Graduates from UK universities are losing out on top international jobs because they cannot speak a second language, academics and business leaders have warned.
Serious concerns about the lack of multilingual graduates were raised at a policy meeting at the Houses of Parliament on 19 October to discuss student skills and employability.
Business leaders, academics, MPs and peers said the UK's education system, including universities, was failing to encourage students to study languages, whereas overseas students were expected to speak several languages regardless of what they were studying.
"No university should be producing graduates who cannot function at a basic level in another language," said Baroness Coussins, chair of the All-Party Parliamentary Group on Modern Languages, after the event, which was organised by the Industry and Parliament Trust.
"There is a feeling that 'English is enough' because it is spoken everywhere, but this is not true," she said. "Businesses are not looking for people who are fluent, but those who can do basic conversation and break the ice. It gives a good impression of that company."
The failure to promote multilingual graduates was "harming Britain's economic competitiveness", she added, as university leavers were struggling to win top places at multinational companies and institutions because their language skills let them down.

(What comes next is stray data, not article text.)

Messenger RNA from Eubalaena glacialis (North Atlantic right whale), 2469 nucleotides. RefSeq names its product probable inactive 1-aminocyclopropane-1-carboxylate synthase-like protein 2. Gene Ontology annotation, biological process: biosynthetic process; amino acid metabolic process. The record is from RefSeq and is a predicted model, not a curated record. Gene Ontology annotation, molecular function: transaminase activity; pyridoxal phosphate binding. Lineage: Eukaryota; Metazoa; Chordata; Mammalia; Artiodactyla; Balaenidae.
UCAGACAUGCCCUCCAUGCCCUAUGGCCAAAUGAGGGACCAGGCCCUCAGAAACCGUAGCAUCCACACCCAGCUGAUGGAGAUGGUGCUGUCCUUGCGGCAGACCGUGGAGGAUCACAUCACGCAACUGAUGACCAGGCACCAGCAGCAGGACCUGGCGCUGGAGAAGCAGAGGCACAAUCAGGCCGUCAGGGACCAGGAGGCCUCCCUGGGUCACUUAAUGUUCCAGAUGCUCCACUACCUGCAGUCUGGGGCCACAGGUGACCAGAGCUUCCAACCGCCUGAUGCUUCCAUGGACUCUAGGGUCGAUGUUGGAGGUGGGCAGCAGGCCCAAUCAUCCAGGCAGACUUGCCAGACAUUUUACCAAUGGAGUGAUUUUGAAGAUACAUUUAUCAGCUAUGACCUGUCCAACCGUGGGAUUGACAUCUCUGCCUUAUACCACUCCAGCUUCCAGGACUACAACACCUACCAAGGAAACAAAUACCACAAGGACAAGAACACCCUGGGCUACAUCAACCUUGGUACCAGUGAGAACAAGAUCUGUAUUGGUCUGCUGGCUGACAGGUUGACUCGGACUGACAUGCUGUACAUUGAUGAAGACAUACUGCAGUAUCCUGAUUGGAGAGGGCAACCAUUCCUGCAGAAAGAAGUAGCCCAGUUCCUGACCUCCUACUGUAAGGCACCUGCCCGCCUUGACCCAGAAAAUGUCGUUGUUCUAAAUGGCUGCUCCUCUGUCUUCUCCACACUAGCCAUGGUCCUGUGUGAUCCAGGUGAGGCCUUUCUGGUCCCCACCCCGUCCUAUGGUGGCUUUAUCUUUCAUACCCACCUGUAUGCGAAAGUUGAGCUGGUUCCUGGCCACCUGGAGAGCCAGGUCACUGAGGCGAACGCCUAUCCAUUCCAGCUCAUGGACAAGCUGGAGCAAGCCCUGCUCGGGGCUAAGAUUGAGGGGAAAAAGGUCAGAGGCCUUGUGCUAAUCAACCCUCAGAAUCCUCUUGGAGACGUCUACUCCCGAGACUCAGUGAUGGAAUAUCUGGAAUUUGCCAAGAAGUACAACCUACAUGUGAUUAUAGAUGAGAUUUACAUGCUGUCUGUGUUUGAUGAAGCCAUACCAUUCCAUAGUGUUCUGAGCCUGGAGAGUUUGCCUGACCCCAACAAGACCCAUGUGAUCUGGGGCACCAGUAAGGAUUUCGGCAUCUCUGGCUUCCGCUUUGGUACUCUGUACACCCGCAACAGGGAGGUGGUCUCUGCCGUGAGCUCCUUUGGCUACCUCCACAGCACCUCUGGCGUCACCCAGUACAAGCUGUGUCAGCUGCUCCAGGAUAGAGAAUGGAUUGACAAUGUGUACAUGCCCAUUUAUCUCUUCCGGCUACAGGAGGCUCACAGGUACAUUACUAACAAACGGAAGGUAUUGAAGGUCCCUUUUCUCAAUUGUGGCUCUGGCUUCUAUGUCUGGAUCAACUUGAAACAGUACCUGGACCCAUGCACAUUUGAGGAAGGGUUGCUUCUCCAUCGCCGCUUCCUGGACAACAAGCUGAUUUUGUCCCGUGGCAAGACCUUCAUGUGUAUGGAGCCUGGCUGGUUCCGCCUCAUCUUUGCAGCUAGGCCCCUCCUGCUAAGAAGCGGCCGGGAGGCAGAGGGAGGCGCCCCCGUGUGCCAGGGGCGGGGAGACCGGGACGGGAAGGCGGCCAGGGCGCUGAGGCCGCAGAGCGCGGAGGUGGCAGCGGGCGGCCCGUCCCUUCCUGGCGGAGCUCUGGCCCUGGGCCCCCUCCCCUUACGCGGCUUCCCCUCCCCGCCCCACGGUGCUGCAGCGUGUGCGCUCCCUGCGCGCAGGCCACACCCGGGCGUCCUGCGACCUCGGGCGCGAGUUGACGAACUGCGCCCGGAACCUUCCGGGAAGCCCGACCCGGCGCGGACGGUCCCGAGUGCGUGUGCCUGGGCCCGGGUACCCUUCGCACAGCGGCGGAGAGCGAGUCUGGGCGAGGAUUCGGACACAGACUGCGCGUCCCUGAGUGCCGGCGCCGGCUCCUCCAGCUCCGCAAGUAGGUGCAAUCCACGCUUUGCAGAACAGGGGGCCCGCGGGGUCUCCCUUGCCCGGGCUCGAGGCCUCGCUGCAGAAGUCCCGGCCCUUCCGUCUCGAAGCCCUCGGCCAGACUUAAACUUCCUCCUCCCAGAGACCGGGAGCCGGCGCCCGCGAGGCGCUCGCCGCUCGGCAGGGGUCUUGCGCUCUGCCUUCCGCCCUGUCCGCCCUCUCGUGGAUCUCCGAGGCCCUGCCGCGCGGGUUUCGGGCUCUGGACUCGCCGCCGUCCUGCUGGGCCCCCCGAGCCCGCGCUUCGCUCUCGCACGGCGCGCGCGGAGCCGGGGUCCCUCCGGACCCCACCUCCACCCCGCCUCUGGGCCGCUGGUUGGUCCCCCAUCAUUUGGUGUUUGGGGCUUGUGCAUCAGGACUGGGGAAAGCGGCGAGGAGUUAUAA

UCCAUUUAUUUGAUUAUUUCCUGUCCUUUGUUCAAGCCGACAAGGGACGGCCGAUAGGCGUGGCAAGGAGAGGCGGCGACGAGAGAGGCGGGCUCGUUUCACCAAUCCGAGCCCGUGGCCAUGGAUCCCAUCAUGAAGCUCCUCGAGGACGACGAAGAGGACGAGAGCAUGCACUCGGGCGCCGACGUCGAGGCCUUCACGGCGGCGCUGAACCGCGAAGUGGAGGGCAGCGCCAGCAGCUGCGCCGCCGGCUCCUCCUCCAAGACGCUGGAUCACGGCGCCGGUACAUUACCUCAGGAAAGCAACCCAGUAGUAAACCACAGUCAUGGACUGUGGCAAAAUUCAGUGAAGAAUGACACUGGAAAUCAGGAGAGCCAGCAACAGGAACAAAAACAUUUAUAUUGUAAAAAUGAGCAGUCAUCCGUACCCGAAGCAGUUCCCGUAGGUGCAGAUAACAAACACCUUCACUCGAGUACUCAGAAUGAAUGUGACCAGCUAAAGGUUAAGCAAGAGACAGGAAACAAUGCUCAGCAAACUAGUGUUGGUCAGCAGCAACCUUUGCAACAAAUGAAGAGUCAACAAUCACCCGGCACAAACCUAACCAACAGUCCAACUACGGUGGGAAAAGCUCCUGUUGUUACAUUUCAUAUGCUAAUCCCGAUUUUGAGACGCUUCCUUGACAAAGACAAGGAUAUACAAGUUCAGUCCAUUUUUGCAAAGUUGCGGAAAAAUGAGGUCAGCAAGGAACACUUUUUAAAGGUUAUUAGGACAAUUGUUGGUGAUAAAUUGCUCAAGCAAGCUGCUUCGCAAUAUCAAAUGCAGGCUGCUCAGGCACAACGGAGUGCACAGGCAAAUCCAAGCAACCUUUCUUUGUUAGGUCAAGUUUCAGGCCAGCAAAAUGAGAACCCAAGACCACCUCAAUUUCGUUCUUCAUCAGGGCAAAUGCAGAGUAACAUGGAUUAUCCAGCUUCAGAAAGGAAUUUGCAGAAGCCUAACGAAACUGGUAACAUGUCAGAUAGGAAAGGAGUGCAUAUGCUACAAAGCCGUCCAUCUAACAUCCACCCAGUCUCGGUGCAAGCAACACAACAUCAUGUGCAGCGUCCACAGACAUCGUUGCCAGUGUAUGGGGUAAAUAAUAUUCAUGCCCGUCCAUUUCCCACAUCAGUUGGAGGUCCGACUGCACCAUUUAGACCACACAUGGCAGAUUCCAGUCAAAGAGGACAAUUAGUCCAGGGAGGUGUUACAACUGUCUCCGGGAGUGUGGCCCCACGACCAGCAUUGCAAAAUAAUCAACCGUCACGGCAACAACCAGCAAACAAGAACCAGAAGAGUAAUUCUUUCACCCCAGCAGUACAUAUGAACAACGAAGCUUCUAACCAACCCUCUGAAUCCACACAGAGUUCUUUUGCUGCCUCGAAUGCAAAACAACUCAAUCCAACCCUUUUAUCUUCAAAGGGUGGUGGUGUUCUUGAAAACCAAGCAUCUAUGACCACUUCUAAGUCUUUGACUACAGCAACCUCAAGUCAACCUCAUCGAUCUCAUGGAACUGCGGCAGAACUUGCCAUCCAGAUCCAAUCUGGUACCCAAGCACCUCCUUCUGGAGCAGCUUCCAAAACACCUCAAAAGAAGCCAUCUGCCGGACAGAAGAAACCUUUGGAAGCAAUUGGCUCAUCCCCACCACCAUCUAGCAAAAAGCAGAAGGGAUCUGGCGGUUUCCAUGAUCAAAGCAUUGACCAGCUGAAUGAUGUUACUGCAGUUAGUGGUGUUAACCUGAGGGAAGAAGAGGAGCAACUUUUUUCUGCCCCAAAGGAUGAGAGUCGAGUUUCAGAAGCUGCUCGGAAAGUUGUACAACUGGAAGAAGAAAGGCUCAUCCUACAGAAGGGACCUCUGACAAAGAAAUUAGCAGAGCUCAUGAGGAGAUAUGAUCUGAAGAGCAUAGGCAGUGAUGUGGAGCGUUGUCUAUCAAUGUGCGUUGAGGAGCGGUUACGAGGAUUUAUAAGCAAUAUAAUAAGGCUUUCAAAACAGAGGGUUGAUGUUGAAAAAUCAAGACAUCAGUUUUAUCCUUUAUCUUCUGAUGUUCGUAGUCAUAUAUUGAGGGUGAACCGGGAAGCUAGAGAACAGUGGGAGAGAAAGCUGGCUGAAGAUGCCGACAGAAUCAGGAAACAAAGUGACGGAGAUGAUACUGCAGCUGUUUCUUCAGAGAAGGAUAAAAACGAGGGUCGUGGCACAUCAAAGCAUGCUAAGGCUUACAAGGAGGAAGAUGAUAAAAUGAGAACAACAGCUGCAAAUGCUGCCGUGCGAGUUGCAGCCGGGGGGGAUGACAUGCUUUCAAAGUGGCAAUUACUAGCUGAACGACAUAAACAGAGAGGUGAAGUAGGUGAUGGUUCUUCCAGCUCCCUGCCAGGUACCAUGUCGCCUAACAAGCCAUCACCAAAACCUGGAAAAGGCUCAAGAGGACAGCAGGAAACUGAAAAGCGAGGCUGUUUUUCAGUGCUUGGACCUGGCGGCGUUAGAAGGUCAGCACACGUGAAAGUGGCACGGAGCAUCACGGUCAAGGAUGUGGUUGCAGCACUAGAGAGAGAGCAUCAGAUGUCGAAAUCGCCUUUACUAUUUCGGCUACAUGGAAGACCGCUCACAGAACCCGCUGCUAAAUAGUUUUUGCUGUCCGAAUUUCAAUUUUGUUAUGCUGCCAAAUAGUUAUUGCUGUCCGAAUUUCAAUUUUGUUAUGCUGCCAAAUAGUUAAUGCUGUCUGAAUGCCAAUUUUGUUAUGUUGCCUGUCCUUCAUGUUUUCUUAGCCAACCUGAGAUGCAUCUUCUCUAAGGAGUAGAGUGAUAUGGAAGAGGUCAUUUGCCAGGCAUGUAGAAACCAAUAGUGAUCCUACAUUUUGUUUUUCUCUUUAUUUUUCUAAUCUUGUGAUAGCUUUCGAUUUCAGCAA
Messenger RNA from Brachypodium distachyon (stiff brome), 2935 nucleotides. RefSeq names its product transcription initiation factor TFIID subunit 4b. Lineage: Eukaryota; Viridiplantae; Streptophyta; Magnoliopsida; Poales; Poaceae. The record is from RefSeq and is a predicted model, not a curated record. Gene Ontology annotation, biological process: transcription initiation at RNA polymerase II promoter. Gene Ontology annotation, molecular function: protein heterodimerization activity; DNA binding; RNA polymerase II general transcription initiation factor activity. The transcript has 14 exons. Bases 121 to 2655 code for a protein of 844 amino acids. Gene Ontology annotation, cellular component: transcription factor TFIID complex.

This meant that only 1.5 per cent of the 51,000 applicants for European Union jobs in Brussels this year were British, she said, which resulted in just seven successful UK candidates.
Tim Connell, former director of language studies at City University London, said life skills gained by multilingual graduates on year-abroad placements were also attractive to employers.
"Students have to be so adaptable because the skill sets required by businesses are changing so quickly," said Professor Connell, who is vice-president of the Chartered Institute of Linguists.
"What you learn in your degree is normally out of date within five years, so what students carry with them are their skills," he added.
"I think higher education is very modest about the transferable skills that it gives to students."
"Soft skills" were also important for graduates entering the job market, said Florence Mele, director of studies at international business school ESCP Europe, where students must study in three countries during its two-year courses.
Presentation skills, public speaking and business etiquette were vital, she explained, as were the ability to project manage, meet deadlines and engage well with people from other countries and cultures.
Technical skills such as competency with Excel spreadsheets and PowerPoint were also required, she added.
Despite concerns from participants that students should concentrate on academic learning, Ms Mele said these deficits in other skills should be addressed by universities.
"These are the skills that will help students find jobs - it is a university's responsibility to train them in these skills," she said.
David Coen, professor of public policy at University College London, said universities should encourage all students to develop language skills throughout their degrees.
Sustained study of a foreign language beyond secondary school was vital when applying to multinational corporations, he insisted.
"If someone applies with only GCSE French, they will not have the requisite skills to compete for those jobs," he said.